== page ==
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Group founded by Stacey Abrams launches voting rights initiative

Fair Fight Action, the voting rights organization founded by former Georgia gubernatorial candidate Stacey Abrams, is launching the 2.0 version of its "Hot Call Summer" campaign, a push to educate and mobilize voters of color and progressives around two federal voting rights bills. 

One of the measures, the "For the People Act," has been passed by the House but was blocked by Republicans in the Senate, and the other, the "John Lewis Voting Rights Advancement Act," is a bill co-sponsored by Republican Senator Lisa Murkowski but has not yet been introduced. 

In a release first shared with CBS News, Fair Fight is arguing that several provisions must be included in any federal voting rights legislation: protection and expansion of mail voting; methods for reducing long lines at the polls; stopping threats to election workers and voter intimidation; ensuring the drawing of fair districts and ending partisan gerrymandering.

"Fair Fight Action is turning the heat up on Congress all summer long to ensure they take immediate action to establish minimum national voting standards and restore and strengthen the Voting Rights Act," Hillary Holley, the Director of Organizing for Fair Fight Action said in a statement. "With the recent Supreme Court decision on Brnovich v. DNC further weakening the Voting Rights Act, the urgent need for federal action to protect the freedom to vote is greater than ever." 

That decision in a case challenging Arizona election law upheld two state rules, finding that the restrictions did not violate Section 2 of the Voting Rights Act. It came as Republican legislatures across the country have been considering changes to tighten their election laws in the wake of former President Trump's unsuccessful election challenges after his loss to President Biden in the 2020 election.

The group launched its first phone campaign on the issue in June, resulting in calls from voters to 40,000 senators that month.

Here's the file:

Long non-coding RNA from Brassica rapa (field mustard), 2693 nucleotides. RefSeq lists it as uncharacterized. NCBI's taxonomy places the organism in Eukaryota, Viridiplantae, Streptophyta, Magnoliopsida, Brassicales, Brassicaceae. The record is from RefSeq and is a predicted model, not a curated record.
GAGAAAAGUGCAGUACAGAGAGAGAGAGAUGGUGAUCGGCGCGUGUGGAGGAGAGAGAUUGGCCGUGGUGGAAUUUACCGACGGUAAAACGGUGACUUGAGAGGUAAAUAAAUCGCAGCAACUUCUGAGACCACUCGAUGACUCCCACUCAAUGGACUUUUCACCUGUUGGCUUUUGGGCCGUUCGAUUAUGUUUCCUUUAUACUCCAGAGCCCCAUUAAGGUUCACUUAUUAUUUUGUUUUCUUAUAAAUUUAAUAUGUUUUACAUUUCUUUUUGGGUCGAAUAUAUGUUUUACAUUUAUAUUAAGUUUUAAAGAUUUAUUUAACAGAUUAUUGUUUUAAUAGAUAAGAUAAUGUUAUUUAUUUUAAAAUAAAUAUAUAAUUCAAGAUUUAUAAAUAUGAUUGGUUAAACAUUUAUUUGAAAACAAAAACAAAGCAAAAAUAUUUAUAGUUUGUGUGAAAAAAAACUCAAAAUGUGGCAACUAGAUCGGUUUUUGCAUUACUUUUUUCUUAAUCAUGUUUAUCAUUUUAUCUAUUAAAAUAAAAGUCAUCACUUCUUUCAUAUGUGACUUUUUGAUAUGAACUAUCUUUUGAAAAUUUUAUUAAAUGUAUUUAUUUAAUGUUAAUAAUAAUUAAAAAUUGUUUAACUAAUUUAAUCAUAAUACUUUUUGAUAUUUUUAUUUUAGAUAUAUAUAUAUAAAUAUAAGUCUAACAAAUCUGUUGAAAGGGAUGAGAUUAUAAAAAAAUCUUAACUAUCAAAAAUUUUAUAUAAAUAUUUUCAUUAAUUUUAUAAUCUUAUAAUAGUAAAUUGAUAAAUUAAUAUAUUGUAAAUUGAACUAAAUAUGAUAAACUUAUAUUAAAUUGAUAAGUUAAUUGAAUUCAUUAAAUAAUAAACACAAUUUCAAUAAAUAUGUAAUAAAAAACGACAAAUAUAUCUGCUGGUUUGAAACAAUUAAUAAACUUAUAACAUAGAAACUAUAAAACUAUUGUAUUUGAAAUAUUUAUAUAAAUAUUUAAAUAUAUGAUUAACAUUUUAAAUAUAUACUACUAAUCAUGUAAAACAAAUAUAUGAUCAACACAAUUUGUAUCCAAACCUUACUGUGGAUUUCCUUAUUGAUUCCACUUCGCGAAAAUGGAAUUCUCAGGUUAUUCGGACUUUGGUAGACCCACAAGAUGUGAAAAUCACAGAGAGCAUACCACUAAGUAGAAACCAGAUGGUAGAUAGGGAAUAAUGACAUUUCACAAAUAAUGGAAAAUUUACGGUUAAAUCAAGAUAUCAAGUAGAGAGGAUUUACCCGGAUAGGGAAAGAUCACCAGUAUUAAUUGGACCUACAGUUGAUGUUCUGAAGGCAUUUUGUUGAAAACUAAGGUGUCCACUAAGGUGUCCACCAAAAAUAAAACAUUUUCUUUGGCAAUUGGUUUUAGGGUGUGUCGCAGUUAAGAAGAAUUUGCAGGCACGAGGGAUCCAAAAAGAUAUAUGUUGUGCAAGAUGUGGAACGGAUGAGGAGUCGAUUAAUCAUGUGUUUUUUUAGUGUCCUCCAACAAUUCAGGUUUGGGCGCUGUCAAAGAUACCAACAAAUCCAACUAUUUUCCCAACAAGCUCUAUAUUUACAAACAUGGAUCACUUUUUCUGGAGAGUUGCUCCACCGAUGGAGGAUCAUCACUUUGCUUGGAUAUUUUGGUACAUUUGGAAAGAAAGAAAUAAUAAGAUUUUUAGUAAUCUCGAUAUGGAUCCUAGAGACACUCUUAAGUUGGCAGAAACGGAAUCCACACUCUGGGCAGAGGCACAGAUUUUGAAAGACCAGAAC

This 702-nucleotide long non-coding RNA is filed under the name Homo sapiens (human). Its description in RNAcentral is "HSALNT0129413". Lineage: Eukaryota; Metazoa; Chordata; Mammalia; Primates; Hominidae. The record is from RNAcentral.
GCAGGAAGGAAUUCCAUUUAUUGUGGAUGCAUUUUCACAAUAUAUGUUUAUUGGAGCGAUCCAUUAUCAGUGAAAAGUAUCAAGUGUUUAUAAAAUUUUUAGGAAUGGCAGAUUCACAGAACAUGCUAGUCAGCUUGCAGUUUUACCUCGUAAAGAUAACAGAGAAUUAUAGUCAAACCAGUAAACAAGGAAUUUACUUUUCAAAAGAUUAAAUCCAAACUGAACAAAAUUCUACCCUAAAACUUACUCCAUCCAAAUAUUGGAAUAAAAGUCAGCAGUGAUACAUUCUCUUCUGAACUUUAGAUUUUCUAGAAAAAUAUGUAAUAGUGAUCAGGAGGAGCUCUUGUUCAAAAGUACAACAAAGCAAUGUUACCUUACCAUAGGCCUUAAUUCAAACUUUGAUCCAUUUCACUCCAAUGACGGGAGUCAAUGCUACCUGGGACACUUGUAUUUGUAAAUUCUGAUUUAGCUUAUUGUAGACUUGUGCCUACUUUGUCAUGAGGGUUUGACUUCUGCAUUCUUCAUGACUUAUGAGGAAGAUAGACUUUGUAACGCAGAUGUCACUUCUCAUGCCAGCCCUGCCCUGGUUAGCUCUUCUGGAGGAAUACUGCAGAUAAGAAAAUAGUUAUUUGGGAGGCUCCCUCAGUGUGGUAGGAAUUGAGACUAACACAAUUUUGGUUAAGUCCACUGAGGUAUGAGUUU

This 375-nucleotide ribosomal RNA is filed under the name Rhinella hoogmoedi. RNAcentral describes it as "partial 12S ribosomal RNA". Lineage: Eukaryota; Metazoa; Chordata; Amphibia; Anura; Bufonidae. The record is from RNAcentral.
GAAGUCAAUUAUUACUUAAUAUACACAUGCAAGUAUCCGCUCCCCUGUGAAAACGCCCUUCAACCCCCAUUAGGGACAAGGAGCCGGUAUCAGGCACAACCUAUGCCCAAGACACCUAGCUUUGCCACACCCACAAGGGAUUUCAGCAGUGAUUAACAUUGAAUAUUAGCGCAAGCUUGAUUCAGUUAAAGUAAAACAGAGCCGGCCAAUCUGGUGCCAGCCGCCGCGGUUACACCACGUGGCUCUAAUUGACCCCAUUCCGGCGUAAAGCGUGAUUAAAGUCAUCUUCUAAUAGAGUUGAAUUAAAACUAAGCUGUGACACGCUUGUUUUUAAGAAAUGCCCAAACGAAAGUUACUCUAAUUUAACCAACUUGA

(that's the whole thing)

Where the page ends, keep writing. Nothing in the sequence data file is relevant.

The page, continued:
On Tuesday, President Biden weighed in on voting rights in an impassioned speech attacking state House Republicans for trying to pass restrictive voting laws. He called their efforts a "21st century Jim Crow assault."

"This is election subversion.  It's the most dangerous threat to voting and the integrity of free and fair elections in our history," Mr. Biden said. "It's simply unconscionable."

He stopped short of calling on Senate Democrats to end the filibuster in order to push through voting rights legislation, despite the steep challenge any measure would face because it would require the support of 10 Republicans. 

GOP Senator Pat Toomey, one of a handful of Republicans to vote to impeach Mr. Trump for inciting an insurrection at the Capitol as his defeat was being affirmed by Congress, sharply criticized Mr. Biden for his remarks.  

"Suggesting that election integrity measures such as voter ID and prohibitions on ballot harvesting are reminiscent of Jim Crow is false, offensive, and trivializes a dark period of actual systemic racism in parts of America," Toomey said in a statement Tuesday. "President Biden knows that the state laws he has attacked are in many cases less restrictive than that of his own home state of Delaware."

Voting rights have also taken center stage this week in Washington after over 50 Texas House Democrats went to Washington to prevent a quorum in the state house and block a GOP-backed election bill. In their absence, the Texas state Senate passed its bill Tuesday along party lines, but the measure cannot advance in the House while the Democrats are out of the state. While nine Senate Democrats went to Washington, there were not enough to prevent a quorum in the Senate. 

Both bills would eliminate drive-thru and the 24-hour early voting used in the Houston area last year due to the pandemic. They would also expand early voting hours in some counties; add ID requirements for mail voting; increase criminal penalties for some election officials who don't follow regulations; and give partisan poll watchers more power.

The Democratic lawmakers who left the state are urging the federal government to take action on voting rights.

"We are here in D.C., our nation's capital, because we want to protect the civil right to vote for millions of Texans. We were quite literally forced to move and leave the state of Texas. We also know that we are living right now on borrowed time in Texas, and we can't stay here indefinitely to run out the clock, to stop Republican anti-voter bills. That's why we need Congress to act now, and pass the For The People Act," state Representative Rhetta Bowers said Tuesday. 

Texas Republicans have slammed the Democrats and said the lawmakers are avoiding work. Governor Greg Abbott may call another special session when the current one expires, which he has pledged to do. 

Jack Turman and Melissa Quinn contributed to this report.

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